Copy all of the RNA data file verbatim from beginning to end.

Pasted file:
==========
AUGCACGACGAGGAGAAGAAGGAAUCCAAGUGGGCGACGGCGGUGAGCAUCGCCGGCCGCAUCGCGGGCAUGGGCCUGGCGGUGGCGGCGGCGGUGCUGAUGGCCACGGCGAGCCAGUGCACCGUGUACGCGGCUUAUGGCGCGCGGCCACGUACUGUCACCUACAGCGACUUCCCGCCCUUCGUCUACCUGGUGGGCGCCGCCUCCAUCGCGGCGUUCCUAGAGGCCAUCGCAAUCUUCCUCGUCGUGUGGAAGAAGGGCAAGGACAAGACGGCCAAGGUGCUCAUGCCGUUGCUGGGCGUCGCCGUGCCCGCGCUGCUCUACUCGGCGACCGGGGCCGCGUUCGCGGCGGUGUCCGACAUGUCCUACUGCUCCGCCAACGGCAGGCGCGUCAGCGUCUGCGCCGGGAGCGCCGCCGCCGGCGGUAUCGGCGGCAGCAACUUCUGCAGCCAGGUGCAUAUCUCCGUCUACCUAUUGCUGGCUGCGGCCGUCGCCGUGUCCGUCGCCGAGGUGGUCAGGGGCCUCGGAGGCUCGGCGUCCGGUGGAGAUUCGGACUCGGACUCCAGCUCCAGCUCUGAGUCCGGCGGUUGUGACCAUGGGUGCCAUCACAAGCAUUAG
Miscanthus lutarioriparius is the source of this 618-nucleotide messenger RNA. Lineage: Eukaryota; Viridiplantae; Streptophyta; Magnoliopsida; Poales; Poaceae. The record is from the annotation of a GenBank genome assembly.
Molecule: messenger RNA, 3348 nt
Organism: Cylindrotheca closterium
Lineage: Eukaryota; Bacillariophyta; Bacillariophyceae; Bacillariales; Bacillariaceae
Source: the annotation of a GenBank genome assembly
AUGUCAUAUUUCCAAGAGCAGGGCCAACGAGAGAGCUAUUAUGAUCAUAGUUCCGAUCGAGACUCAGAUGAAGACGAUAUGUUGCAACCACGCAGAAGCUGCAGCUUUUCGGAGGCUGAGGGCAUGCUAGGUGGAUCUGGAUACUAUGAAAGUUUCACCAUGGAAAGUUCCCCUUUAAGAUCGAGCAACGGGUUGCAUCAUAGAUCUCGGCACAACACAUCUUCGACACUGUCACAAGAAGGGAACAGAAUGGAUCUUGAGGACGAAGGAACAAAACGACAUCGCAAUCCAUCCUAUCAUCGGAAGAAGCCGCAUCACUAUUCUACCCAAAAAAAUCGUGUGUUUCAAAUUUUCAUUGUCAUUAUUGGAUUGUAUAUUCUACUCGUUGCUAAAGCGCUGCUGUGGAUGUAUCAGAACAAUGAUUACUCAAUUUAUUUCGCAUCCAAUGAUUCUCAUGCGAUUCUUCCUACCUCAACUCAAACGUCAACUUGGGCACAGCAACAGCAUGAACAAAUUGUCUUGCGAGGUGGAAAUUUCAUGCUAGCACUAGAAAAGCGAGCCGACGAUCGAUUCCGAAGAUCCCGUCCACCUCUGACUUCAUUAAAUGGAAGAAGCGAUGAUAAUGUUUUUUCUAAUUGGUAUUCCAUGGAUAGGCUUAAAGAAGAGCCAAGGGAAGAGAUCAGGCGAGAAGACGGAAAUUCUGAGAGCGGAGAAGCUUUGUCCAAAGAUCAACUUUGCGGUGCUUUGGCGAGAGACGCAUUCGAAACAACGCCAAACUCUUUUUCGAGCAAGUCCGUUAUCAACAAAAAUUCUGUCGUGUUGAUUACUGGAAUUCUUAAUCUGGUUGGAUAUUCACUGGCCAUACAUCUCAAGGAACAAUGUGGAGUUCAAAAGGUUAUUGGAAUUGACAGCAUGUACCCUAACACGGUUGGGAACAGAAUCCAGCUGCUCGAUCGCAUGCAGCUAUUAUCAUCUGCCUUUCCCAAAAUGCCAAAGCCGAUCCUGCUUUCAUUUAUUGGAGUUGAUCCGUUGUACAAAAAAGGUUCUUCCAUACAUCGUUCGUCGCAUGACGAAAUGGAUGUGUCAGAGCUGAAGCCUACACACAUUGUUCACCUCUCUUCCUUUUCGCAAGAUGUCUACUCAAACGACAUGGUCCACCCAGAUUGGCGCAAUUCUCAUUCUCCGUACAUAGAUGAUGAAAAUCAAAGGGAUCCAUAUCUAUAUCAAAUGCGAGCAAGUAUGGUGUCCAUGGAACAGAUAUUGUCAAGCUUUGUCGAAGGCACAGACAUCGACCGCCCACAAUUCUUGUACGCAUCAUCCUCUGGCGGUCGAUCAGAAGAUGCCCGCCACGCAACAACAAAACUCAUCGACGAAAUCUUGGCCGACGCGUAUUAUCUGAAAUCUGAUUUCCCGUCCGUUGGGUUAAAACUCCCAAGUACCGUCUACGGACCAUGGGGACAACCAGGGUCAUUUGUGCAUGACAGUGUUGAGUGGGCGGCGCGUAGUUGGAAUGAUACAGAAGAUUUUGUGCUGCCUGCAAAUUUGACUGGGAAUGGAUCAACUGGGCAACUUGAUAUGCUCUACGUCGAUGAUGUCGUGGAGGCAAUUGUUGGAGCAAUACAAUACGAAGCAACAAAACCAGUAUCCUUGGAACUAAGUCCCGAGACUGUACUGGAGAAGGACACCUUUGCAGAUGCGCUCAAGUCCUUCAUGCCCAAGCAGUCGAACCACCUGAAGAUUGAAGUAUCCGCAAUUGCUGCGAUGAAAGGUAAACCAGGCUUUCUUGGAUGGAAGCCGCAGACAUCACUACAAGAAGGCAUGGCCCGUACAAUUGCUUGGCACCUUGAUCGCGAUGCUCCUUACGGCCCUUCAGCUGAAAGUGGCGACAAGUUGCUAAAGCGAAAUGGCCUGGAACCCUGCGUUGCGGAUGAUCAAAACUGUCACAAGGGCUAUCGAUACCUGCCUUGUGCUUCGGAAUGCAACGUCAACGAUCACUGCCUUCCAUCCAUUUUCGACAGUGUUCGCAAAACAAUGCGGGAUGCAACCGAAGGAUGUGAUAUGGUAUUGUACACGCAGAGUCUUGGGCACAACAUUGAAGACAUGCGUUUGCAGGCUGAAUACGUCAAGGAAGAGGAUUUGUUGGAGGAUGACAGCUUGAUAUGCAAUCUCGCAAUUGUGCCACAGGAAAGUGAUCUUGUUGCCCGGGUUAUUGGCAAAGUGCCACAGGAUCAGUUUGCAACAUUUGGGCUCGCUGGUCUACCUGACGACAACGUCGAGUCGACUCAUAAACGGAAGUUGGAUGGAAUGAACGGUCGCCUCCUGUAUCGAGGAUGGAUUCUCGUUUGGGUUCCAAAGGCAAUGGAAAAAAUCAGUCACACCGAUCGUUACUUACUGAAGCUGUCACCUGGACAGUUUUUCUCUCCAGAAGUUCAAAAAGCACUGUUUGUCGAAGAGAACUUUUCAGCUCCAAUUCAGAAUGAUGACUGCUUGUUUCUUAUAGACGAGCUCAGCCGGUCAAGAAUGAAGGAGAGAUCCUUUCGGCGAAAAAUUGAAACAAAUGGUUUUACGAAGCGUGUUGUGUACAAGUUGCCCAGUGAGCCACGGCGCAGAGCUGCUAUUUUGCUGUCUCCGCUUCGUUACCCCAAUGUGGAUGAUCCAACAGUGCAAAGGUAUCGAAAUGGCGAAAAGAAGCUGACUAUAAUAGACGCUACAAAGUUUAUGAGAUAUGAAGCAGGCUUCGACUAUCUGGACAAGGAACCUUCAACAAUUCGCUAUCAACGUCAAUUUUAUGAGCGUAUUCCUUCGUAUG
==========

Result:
AUGCACGACGAGGAGAAGAAGGAAUCCAAGUGGGCGACGGCGGUGAGCAUCGCCGGCCGCAUCGCGGGCAUGGGCCUGGCGGUGGCGGCGGCGGUGCUGAUGGCCACGGCGAGCCAGUGCACCGUGUACGCGGCUUAUGGCGCGCGGCCACGUACUGUCACCUACAGCGACUUCCCGCCCUUCGUCUACCUGGUGGGCGCCGCCUCCAUCGCGGCGUUCCUAGAGGCCAUCGCAAUCUUCCUCGUCGUGUGGAAGAAGGGCAAGGACAAGACGGCCAAGGUGCUCAUGCCGUUGCUGGGCGUCGCCGUGCCCGCGCUGCUCUACUCGGCGACCGGGGCCGCGUUCGCGGCGGUGUCCGACAUGUCCUACUGCUCCGCCAACGGCAGGCGCGUCAGCGUCUGCGCCGGGAGCGCCGCCGCCGGCGGUAUCGGCGGCAGCAACUUCUGCAGCCAGGUGCAUAUCUCCGUCUACCUAUUGCUGGCUGCGGCCGUCGCCGUGUCCGUCGCCGAGGUGGUCAGGGGCCUCGGAGGCUCGGCGUCCGGUGGAGAUUCGGACUCGGACUCCAGCUCCAGCUCUGAGUCCGGCGGUUGUGACCAUGGGUGCCAUCACAAGCAUUAG
Miscanthus lutarioriparius is the source of this 618-nucleotide messenger RNA. Lineage: Eukaryota; Viridiplantae; Streptophyta; Magnoliopsida; Poales; Poaceae. The record is from the annotation of a GenBank genome assembly.
Molecule: messenger RNA, 3348 nt
Organism: Cylindrotheca closterium
Lineage: Eukaryota; Bacillariophyta; Bacillariophyceae; Bacillariales; Bacillariaceae
Source: the annotation of a GenBank genome assembly
AUGUCAUAUUUCCAAGAGCAGGGCCAACGAGAGAGCUAUUAUGAUCAUAGUUCCGAUCGAGACUCAGAUGAAGACGAUAUGUUGCAACCACGCAGAAGCUGCAGCUUUUCGGAGGCUGAGGGCAUGCUAGGUGGAUCUGGAUACUAUGAAAGUUUCACCAUGGAAAGUUCCCCUUUAAGAUCGAGCAACGGGUUGCAUCAUAGAUCUCGGCACAACACAUCUUCGACACUGUCACAAGAAGGGAACAGAAUGGAUCUUGAGGACGAAGGAACAAAACGACAUCGCAAUCCAUCCUAUCAUCGGAAGAAGCCGCAUCACUAUUCUACCCAAAAAAAUCGUGUGUUUCAAAUUUUCAUUGUCAUUAUUGGAUUGUAUAUUCUACUCGUUGCUAAAGCGCUGCUGUGGAUGUAUCAGAACAAUGAUUACUCAAUUUAUUUCGCAUCCAAUGAUUCUCAUGCGAUUCUUCCUACCUCAACUCAAACGUCAACUUGGGCACAGCAACAGCAUGAACAAAUUGUCUUGCGAGGUGGAAAUUUCAUGCUAGCACUAGAAAAGCGAGCCGACGAUCGAUUCCGAAGAUCCCGUCCACCUCUGACUUCAUUAAAUGGAAGAAGCGAUGAUAAUGUUUUUUCUAAUUGGUAUUCCAUGGAUAGGCUUAAAGAAGAGCCAAGGGAAGAGAUCAGGCGAGAAGACGGAAAUUCUGAGAGCGGAGAAGCUUUGUCCAAAGAUCAACUUUGCGGUGCUUUGGCGAGAGACGCAUUCGAAACAACGCCAAACUCUUUUUCGAGCAAGUCCGUUAUCAACAAAAAUUCUGUCGUGUUGAUUACUGGAAUUCUUAAUCUGGUUGGAUAUUCACUGGCCAUACAUCUCAAGGAACAAUGUGGAGUUCAAAAGGUUAUUGGAAUUGACAGCAUGUACCCUAACACGGUUGGGAACAGAAUCCAGCUGCUCGAUCGCAUGCAGCUAUUAUCAUCUGCCUUUCCCAAAAUGCCAAAGCCGAUCCUGCUUUCAUUUAUUGGAGUUGAUCCGUUGUACAAAAAAGGUUCUUCCAUACAUCGUUCGUCGCAUGACGAAAUGGAUGUGUCAGAGCUGAAGCCUACACACAUUGUUCACCUCUCUUCCUUUUCGCAAGAUGUCUACUCAAACGACAUGGUCCACCCAGAUUGGCGCAAUUCUCAUUCUCCGUACAUAGAUGAUGAAAAUCAAAGGGAUCCAUAUCUAUAUCAAAUGCGAGCAAGUAUGGUGUCCAUGGAACAGAUAUUGUCAAGCUUUGUCGAAGGCACAGACAUCGACCGCCCACAAUUCUUGUACGCAUCAUCCUCUGGCGGUCGAUCAGAAGAUGCCCGCCACGCAACAACAAAACUCAUCGACGAAAUCUUGGCCGACGCGUAUUAUCUGAAAUCUGAUUUCCCGUCCGUUGGGUUAAAACUCCCAAGUACCGUCUACGGACCAUGGGGACAACCAGGGUCAUUUGUGCAUGACAGUGUUGAGUGGGCGGCGCGUAGUUGGAAUGAUACAGAAGAUUUUGUGCUGCCUGCAAAUUUGACUGGGAAUGGAUCAACUGGGCAACUUGAUAUGCUCUACGUCGAUGAUGUCGUGGAGGCAAUUGUUGGAGCAAUACAAUACGAAGCAACAAAACCAGUAUCCUUGGAACUAAGUCCCGAGACUGUACUGGAGAAGGACACCUUUGCAGAUGCGCUCAAGUCCUUCAUGCCCAAGCAGUCGAACCACCUGAAGAUUGAAGUAUCCGCAAUUGCUGCGAUGAAAGGUAAACCAGGCUUUCUUGGAUGGAAGCCGCAGACAUCACUACAAGAAGGCAUGGCCCGUACAAUUGCUUGGCACCUUGAUCGCGAUGCUCCUUACGGCCCUUCAGCUGAAAGUGGCGACAAGUUGCUAAAGCGAAAUGGCCUGGAACCCUGCGUUGCGGAUGAUCAAAACUGUCACAAGGGCUAUCGAUACCUGCCUUGUGCUUCGGAAUGCAACGUCAACGAUCACUGCCUUCCAUCCAUUUUCGACAGUGUUCGCAAAACAAUGCGGGAUGCAACCGAAGGAUGUGAUAUGGUAUUGUACACGCAGAGUCUUGGGCACAACAUUGAAGACAUGCGUUUGCAGGCUGAAUACGUCAAGGAAGAGGAUUUGUUGGAGGAUGACAGCUUGAUAUGCAAUCUCGCAAUUGUGCCACAGGAAAGUGAUCUUGUUGCCCGGGUUAUUGGCAAAGUGCCACAGGAUCAGUUUGCAACAUUUGGGCUCGCUGGUCUACCUGACGACAACGUCGAGUCGACUCAUAAACGGAAGUUGGAUGGAAUGAACGGUCGCCUCCUGUAUCGAGGAUGGAUUCUCGUUUGGGUUCCAAAGGCAAUGGAAAAAAUCAGUCACACCGAUCGUUACUUACUGAAGCUGUCACCUGGACAGUUUUUCUCUCCAGAAGUUCAAAAAGCACUGUUUGUCGAAGAGAACUUUUCAGCUCCAAUUCAGAAUGAUGACUGCUUGUUUCUUAUAGACGAGCUCAGCCGGUCAAGAAUGAAGGAGAGAUCCUUUCGGCGAAAAAUUGAAACAAAUGGUUUUACGAAGCGUGUUGUGUACAAGUUGCCCAGUGAGCCACGGCGCAGAGCUGCUAUUUUGCUGUCUCCGCUUCGUUACCCCAAUGUGGAUGAUCCAACAGUGCAAAGGUAUCGAAAUGGCGAAAAGAAGCUGACUAUAAUAGACGCUACAAAGUUUAUGAGAUAUGAAGCAGGCUUCGACUAUCUGGACAAGGAACCUUCAACAAUUCGCUAUCAACGUCAAUUUUAUGAGCGUAUUCCUUCGUAUG